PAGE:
Stopping outbreaks--whether caused by biological warfare or a salmonella-contaminated salad bar--would be much easier if we could quickly detect the pathogens in real time. But real-time analysis isn't possible just yet, said molecular microbiologist Deborah Newby, of the U.S. Department of Energy's Idaho National Engineering and Environmental Laboratory. Even the very best of today's detection technologies require at least a 15-minute wait for each batch of samples.
Newby, whose research at the INEEL supports DOE's national security mission, will present a review of pathogen detection techniques at Wednesday's American Society for Microbiologists annual meeting in Washington, D.C. . The colloquium is 293, titled (Re)emerging Biothreats and Protection of Public Health: State of the Art Sampling, Detection and Remediation of Pathogens in the Environment.
"Most of the science for pathogen detection has been driven by the military because they've had the dollars and the need," Newby said. But world events over the past couple of years have heightened the risk awareness of outbreaks in both the public and the government. Whether an outbreak is natural or intentional, the impact on the public and environment can be devastating.
During 2001, 22 people in the United States were diagnosed with anthrax transmitted through the mail. Five people died. This kind of attack took the country by surprise and challenged the nation's ability to respond. The Laboratory Response Network (a network of labs that can perform analyses during an emergency) was inundated with 2,500 suspected anthrax samples to analyze from 46 states, and the Centers for Disease control responded to 8,860 calls between Oct. 8 and Oct. 31, 2001. Ultimately, more than 32,000 people were advised to take Cipro (trademark for the drug ciprofloxacin) as a precaution against the disease. The need for better and faster pathogen detection techniques is clear.
The challenge in detecting a pathogen--a disease-producing microorganism--is that researchers have to know the DNA signature of the microorganism. "You have to know what you're looking for in order to find it," said Newby. That's hard enough, but genetically engineered pathogens--microorganisms with DNA that has been modified to make it more virulent in some way--may not immediately appear different from normal microorganisms. "It's possible to spoof detection systems," said Newby.
Researchers have to know where to sample, the best way to sample, and how much to collect in order to get accurate results from analyses. And they've got to be able to discern when enough of a particular pathogen is present to trigger an outbreak. That can be complicated because many biological weapons have their genesis in very common organisms.
Ideally, analysis needs to be detailed enough to determine what strain of the pathogenic organism is present. That helps researchers differentiate a naturally occurring organism from one that has been genetically modified. Strain analysis also helps researchers to track the transmission of the organism as it is passed from one animal to another.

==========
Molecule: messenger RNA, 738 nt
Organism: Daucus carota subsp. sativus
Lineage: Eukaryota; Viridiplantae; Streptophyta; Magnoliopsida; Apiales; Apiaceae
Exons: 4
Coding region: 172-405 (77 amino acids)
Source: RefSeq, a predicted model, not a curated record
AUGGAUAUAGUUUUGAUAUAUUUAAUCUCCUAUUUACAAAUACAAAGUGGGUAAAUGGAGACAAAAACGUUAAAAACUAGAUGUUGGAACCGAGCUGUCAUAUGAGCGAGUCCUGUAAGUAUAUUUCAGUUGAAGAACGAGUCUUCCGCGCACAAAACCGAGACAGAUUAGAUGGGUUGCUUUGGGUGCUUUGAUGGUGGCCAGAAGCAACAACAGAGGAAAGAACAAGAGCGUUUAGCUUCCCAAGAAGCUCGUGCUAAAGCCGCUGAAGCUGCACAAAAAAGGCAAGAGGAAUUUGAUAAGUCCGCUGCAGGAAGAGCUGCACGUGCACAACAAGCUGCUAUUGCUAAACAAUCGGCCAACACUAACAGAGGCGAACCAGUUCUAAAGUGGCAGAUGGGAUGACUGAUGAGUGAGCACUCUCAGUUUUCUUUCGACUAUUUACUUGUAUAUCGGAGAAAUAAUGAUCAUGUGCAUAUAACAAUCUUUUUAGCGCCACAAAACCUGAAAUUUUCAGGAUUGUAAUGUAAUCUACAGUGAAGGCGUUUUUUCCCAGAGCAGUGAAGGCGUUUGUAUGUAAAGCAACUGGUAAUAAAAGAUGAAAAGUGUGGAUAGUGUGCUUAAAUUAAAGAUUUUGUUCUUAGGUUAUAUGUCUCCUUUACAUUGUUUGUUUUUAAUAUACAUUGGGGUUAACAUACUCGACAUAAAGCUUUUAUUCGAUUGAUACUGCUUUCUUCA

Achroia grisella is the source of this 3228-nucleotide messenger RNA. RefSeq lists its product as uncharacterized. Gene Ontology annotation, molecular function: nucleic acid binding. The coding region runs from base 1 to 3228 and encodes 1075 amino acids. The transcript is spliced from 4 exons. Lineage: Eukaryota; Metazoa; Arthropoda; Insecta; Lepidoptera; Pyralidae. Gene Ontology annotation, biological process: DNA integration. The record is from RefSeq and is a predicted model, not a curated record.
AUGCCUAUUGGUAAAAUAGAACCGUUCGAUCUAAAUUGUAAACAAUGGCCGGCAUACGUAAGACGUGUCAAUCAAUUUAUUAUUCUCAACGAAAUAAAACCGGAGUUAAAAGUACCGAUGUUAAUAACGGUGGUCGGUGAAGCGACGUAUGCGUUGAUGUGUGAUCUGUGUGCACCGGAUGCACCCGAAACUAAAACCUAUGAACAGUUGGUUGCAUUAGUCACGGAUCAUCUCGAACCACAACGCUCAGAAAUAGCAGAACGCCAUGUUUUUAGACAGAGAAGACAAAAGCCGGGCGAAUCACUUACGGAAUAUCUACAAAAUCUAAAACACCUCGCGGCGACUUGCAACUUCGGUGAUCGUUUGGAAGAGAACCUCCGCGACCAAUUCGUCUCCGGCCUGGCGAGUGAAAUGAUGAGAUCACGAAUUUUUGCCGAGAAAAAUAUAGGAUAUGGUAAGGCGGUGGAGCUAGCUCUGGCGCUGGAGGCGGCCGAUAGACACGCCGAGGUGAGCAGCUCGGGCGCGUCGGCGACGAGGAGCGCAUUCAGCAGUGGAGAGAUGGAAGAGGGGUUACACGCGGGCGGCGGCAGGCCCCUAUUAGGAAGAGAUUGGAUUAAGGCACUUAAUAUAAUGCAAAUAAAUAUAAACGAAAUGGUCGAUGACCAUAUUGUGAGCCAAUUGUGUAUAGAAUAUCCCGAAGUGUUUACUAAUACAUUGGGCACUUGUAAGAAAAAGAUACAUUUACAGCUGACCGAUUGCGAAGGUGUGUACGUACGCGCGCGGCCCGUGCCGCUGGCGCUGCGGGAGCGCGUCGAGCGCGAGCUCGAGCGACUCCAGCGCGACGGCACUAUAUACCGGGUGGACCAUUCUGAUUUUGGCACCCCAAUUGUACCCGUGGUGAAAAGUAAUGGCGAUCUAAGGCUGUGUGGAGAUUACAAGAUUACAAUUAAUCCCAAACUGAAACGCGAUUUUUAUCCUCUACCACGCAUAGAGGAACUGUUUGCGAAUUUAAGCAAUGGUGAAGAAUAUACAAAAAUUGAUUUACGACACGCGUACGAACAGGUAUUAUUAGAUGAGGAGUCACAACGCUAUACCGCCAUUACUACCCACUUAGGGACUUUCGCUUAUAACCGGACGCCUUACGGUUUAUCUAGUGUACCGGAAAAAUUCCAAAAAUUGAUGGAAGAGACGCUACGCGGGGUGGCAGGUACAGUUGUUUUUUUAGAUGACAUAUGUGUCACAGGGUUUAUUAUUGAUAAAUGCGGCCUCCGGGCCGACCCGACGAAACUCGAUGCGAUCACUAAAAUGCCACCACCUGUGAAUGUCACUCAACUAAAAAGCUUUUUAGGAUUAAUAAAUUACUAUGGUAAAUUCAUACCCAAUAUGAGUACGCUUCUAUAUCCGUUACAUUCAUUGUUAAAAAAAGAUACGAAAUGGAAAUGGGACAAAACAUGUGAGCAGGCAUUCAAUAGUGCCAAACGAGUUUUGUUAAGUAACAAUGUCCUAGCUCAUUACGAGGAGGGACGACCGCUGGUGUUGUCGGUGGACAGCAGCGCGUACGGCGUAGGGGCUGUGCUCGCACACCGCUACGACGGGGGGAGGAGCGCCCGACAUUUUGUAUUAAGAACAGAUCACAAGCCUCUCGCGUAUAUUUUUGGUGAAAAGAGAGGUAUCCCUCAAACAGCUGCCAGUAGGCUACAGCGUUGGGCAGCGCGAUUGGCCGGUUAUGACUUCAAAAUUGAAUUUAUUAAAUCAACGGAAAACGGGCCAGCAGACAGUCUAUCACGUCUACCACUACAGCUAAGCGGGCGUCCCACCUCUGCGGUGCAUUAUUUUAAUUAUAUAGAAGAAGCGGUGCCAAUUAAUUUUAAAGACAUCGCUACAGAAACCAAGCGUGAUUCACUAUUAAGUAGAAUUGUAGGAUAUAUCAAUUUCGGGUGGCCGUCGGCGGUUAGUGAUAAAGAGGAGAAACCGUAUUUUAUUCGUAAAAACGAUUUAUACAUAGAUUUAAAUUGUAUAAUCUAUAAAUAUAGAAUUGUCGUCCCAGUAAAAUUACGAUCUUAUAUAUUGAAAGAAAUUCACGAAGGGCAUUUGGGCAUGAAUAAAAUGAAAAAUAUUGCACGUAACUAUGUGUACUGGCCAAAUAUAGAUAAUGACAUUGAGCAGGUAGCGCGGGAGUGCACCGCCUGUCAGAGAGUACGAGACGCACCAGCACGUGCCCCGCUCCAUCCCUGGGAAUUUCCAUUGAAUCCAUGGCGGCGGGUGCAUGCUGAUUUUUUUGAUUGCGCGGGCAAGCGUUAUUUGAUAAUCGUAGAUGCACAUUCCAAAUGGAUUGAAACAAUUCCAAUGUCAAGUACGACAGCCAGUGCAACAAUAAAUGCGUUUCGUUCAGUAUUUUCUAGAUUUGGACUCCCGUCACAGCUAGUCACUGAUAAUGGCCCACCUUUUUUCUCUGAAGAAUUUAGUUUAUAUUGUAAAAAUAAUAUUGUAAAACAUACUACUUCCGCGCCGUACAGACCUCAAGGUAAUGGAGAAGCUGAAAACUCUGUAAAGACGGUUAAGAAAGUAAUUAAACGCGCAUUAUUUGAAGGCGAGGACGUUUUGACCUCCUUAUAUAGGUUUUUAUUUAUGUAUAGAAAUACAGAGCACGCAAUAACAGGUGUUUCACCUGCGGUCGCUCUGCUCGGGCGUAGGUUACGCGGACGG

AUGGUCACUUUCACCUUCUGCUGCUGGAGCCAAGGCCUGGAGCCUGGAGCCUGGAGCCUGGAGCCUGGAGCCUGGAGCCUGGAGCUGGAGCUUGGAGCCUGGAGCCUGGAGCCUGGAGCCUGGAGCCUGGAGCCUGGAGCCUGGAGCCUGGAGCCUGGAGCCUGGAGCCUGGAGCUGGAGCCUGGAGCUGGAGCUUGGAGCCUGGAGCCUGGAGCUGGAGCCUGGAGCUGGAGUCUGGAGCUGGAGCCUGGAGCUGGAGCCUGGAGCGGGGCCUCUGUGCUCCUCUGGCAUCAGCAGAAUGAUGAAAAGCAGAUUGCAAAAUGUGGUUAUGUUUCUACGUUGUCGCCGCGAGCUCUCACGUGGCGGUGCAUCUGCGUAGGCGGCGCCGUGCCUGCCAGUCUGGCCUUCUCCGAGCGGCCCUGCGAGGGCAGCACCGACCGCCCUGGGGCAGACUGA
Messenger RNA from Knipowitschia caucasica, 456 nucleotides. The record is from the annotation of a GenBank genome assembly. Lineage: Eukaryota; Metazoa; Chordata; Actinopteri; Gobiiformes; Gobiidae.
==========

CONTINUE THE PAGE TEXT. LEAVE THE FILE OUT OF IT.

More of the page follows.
It's also challenging to detect the viability of the pathogen. For many pathogens, "If the organism is present, but not alive--it can't infect anyone anymore," said Newby. "If the organism is alive, however, the risk or threat of the pathogen is still active."
No analytical technique can beat culturing, the "gold standard" for identifying a microorganism. "But the lag time on cultured analytical results can range from hours to days," said Newby. Culturing is great for confirming the diagnosis of another technique, however.
Some detection systems--from hand-held analyzers to larger detectors--are showing promise, but still can't provide real-time analytical results. "The best systems out there still take at least 15 minutes per sample batch, assuming there's no sample preparation time," said Newby.
Newby and INEEL molecular biologist Frank Roberto are developing a quick, safe, accurate method to detect the brucellosis strain, B. abortus, in the field. Roberto and Newby are designing a DNA-based field assay using a field-portable, real-time polymerase chain reaction (PCR) system. Brucellosis is an infectious bacterial disease caused by the brucella species and can be transmitted from animals--such as cattle--to humans through contact with reproductive tissues or consumption of infected, unpasteurized milk. In animals such as cattle, bison, elk, sheep and goats--and in some rare instances, seals--the disease can cause spontaneous abortion and an inability to conceive in females, and epididymitis in males. According to the Centers for Disease Control and Prevention, symptoms of brucellosis infection in people include fever, night sweats, undue fatigue, anorexia, headache, and joint pain. It is seldom fatal, but there is no effective human vaccine.
Research by Newby and Roberto was recently accepted for publication in Applied and Environmental Microbiology, and will appear in print sometime this year.
Can we ever get to real-time analysis? "Maybe," said Newby. "There are real science advances that need to be made to get us to that point, and we don't completely understand what they are yet."
The INEEL is a science-based national laboratory dedicated to supporting the U.S. Department of Energy's missions in environment, energy, science and national defense. The INEEL is operated for the DOE by Bechtel BWXT Idaho, LLC.
Materials provided by Idaho National E & E Laboratory. Note: Content may be edited for style and length.
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